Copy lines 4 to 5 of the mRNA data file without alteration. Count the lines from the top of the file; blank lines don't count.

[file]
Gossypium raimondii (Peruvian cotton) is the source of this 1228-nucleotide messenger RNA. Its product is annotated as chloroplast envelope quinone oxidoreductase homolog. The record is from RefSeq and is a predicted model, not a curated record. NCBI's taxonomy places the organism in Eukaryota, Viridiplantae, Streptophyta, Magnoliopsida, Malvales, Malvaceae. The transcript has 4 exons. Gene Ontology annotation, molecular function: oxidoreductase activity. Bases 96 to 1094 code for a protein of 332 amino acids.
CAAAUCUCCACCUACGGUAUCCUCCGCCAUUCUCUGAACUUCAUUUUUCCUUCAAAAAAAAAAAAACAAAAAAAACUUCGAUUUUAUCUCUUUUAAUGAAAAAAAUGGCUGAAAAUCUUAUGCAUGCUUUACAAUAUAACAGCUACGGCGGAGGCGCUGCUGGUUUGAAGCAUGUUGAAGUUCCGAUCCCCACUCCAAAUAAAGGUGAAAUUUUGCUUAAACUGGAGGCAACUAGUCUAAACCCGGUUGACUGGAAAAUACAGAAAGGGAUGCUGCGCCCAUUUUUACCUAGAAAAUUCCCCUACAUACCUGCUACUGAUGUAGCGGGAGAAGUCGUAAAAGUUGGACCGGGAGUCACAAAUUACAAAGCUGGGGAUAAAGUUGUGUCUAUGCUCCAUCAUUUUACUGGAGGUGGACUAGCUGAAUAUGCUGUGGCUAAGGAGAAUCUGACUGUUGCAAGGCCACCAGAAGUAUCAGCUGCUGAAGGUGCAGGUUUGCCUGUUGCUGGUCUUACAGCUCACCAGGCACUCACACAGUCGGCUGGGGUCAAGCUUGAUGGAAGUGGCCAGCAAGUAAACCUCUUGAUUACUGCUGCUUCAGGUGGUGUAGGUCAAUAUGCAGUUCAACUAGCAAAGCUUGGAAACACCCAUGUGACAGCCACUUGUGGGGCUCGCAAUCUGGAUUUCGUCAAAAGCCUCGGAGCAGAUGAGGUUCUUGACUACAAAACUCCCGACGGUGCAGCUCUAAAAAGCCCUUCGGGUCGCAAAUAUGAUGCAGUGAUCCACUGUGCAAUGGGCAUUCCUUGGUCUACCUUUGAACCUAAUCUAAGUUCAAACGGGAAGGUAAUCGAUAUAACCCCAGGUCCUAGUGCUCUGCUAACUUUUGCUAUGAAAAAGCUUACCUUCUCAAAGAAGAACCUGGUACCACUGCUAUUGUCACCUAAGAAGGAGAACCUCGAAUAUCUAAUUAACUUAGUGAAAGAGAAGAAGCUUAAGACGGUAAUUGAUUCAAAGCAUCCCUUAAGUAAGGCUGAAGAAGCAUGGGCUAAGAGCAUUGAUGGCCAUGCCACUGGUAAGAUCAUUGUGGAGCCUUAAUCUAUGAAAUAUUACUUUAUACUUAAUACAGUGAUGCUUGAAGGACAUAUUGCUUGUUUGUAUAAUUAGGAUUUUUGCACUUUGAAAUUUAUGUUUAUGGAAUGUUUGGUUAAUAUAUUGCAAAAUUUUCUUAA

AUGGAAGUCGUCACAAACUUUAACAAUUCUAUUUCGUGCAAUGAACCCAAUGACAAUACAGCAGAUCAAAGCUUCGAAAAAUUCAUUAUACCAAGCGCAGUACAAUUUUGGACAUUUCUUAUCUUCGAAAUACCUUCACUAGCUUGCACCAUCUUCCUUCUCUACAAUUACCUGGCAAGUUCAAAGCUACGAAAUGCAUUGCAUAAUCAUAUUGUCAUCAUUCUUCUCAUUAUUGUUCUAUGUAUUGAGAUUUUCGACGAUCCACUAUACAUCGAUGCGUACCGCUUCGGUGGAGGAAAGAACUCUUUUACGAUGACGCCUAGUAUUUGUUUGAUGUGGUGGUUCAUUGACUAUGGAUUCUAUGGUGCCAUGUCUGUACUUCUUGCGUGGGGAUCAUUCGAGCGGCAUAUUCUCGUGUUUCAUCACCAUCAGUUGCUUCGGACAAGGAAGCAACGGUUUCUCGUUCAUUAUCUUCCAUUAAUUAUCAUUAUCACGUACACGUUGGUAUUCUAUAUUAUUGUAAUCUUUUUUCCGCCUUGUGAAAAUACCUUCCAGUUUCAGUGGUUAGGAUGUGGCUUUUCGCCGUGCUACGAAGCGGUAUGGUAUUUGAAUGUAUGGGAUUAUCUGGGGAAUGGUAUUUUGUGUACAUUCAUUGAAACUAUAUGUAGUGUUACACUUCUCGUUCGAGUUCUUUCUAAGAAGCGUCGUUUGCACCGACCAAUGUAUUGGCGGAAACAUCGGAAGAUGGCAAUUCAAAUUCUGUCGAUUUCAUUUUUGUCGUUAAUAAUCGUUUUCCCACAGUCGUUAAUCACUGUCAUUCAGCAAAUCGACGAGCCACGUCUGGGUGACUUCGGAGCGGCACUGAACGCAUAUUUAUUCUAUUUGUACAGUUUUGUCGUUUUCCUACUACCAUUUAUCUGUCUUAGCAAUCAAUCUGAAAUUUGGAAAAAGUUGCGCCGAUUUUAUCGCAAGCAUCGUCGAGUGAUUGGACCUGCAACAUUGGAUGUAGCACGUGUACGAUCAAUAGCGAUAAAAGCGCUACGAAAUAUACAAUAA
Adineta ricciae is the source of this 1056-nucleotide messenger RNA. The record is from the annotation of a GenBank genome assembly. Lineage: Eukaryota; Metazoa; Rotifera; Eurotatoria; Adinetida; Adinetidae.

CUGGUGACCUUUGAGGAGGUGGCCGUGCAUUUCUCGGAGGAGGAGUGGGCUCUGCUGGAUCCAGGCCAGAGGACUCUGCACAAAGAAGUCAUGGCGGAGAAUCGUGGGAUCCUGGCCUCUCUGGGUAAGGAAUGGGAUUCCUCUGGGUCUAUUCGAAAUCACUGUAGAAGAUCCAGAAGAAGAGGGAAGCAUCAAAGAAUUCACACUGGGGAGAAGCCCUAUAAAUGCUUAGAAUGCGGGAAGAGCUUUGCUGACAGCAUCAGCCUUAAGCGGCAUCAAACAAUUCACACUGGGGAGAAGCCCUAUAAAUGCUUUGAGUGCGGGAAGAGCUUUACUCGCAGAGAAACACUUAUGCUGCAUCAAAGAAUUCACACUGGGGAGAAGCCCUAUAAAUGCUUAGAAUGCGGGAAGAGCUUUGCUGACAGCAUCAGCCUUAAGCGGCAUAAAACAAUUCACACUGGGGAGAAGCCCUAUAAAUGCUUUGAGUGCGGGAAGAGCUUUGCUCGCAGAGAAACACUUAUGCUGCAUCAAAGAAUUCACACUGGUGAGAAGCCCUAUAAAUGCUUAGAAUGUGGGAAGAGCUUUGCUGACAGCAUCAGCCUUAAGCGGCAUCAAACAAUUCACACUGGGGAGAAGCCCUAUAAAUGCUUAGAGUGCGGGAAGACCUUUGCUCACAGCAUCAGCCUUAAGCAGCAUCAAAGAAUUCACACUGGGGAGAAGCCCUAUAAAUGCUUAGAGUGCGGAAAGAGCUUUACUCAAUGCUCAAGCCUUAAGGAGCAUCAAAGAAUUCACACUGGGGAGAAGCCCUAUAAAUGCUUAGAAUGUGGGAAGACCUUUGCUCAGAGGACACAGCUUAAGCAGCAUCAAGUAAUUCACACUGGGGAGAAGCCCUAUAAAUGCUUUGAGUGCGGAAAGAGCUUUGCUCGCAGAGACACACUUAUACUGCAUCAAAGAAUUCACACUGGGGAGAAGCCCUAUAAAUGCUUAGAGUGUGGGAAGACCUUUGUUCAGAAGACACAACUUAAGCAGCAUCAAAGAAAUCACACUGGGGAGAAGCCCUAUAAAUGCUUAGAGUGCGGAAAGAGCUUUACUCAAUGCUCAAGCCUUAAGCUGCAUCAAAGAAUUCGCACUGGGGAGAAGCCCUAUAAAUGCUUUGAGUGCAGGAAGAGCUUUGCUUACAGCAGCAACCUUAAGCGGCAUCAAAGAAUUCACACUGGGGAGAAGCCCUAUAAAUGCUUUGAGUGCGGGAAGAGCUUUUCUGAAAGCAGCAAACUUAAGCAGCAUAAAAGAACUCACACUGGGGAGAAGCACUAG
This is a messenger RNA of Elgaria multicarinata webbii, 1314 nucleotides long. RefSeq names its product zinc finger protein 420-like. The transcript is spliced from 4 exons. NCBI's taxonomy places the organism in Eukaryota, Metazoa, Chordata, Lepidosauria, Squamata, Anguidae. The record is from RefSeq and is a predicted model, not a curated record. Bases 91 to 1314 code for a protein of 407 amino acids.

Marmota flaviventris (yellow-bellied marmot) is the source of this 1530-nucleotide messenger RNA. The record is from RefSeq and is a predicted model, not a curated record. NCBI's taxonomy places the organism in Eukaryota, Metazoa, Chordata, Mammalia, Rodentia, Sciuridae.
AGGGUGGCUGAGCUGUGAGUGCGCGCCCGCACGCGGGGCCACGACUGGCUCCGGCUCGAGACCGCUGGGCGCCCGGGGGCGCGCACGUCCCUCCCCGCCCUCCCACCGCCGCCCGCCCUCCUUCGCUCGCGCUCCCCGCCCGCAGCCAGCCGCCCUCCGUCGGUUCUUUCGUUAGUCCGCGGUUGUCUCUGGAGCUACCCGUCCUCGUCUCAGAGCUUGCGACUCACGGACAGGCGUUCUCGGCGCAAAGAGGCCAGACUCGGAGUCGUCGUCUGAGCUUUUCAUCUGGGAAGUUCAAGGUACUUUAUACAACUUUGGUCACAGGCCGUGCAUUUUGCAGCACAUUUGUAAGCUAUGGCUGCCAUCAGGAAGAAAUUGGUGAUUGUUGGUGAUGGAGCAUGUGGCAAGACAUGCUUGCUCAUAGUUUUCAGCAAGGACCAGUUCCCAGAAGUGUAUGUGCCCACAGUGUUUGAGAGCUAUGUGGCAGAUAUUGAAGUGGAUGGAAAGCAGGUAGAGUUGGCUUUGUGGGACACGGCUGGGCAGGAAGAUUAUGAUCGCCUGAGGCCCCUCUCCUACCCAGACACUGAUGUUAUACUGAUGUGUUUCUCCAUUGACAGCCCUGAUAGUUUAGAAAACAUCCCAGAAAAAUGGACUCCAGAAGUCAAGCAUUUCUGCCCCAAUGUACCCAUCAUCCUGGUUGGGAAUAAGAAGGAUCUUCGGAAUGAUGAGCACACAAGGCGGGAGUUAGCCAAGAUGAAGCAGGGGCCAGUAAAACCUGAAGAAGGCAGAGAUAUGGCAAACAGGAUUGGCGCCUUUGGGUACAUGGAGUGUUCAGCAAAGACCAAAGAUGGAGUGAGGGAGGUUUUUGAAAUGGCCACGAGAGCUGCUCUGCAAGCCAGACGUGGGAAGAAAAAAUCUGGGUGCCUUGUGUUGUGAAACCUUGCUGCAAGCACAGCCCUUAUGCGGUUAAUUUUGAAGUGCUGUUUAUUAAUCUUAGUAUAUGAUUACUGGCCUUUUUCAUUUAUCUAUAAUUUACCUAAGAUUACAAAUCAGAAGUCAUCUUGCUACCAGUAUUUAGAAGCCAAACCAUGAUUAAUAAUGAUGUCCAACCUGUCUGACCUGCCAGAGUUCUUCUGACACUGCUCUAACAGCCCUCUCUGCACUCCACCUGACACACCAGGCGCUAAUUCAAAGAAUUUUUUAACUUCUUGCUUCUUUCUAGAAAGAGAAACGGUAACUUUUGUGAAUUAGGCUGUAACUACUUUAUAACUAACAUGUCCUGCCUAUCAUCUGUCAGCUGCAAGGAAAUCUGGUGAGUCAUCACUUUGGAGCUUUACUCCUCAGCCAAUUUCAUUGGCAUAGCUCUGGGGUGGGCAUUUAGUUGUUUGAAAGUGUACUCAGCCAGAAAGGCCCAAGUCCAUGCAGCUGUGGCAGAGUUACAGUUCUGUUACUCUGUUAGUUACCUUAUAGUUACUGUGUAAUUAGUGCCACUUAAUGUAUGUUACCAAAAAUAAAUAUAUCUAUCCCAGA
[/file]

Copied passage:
Adineta ricciae is the source of this 1056-nucleotide messenger RNA. The record is from the annotation of a GenBank genome assembly. Lineage: Eukaryota; Metazoa; Rotifera; Eurotatoria; Adinetida; Adinetidae.

CUGGUGACCUUUGAGGAGGUGGCCGUGCAUUUCUCGGAGGAGGAGUGGGCUCUGCUGGAUCCAGGCCAGAGGACUCUGCACAAAGAAGUCAUGGCGGAGAAUCGUGGGAUCCUGGCCUCUCUGGGUAAGGAAUGGGAUUCCUCUGGGUCUAUUCGAAAUCACUGUAGAAGAUCCAGAAGAAGAGGGAAGCAUCAAAGAAUUCACACUGGGGAGAAGCCCUAUAAAUGCUUAGAAUGCGGGAAGAGCUUUGCUGACAGCAUCAGCCUUAAGCGGCAUCAAACAAUUCACACUGGGGAGAAGCCCUAUAAAUGCUUUGAGUGCGGGAAGAGCUUUACUCGCAGAGAAACACUUAUGCUGCAUCAAAGAAUUCACACUGGGGAGAAGCCCUAUAAAUGCUUAGAAUGCGGGAAGAGCUUUGCUGACAGCAUCAGCCUUAAGCGGCAUAAAACAAUUCACACUGGGGAGAAGCCCUAUAAAUGCUUUGAGUGCGGGAAGAGCUUUGCUCGCAGAGAAACACUUAUGCUGCAUCAAAGAAUUCACACUGGUGAGAAGCCCUAUAAAUGCUUAGAAUGUGGGAAGAGCUUUGCUGACAGCAUCAGCCUUAAGCGGCAUCAAACAAUUCACACUGGGGAGAAGCCCUAUAAAUGCUUAGAGUGCGGGAAGACCUUUGCUCACAGCAUCAGCCUUAAGCAGCAUCAAAGAAUUCACACUGGGGAGAAGCCCUAUAAAUGCUUAGAGUGCGGAAAGAGCUUUACUCAAUGCUCAAGCCUUAAGGAGCAUCAAAGAAUUCACACUGGGGAGAAGCCCUAUAAAUGCUUAGAAUGUGGGAAGACCUUUGCUCAGAGGACACAGCUUAAGCAGCAUCAAGUAAUUCACACUGGGGAGAAGCCCUAUAAAUGCUUUGAGUGCGGAAAGAGCUUUGCUCGCAGAGACACACUUAUACUGCAUCAAAGAAUUCACACUGGGGAGAAGCCCUAUAAAUGCUUAGAGUGUGGGAAGACCUUUGUUCAGAAGACACAACUUAAGCAGCAUCAAAGAAAUCACACUGGGGAGAAGCCCUAUAAAUGCUUAGAGUGCGGAAAGAGCUUUACUCAAUGCUCAAGCCUUAAGCUGCAUCAAAGAAUUCGCACUGGGGAGAAGCCCUAUAAAUGCUUUGAGUGCAGGAAGAGCUUUGCUUACAGCAGCAACCUUAAGCGGCAUCAAAGAAUUCACACUGGGGAGAAGCCCUAUAAAUGCUUUGAGUGCGGGAAGAGCUUUUCUGAAAGCAGCAAACUUAAGCAGCAUAAAAGAACUCACACUGGGGAGAAGCACUAG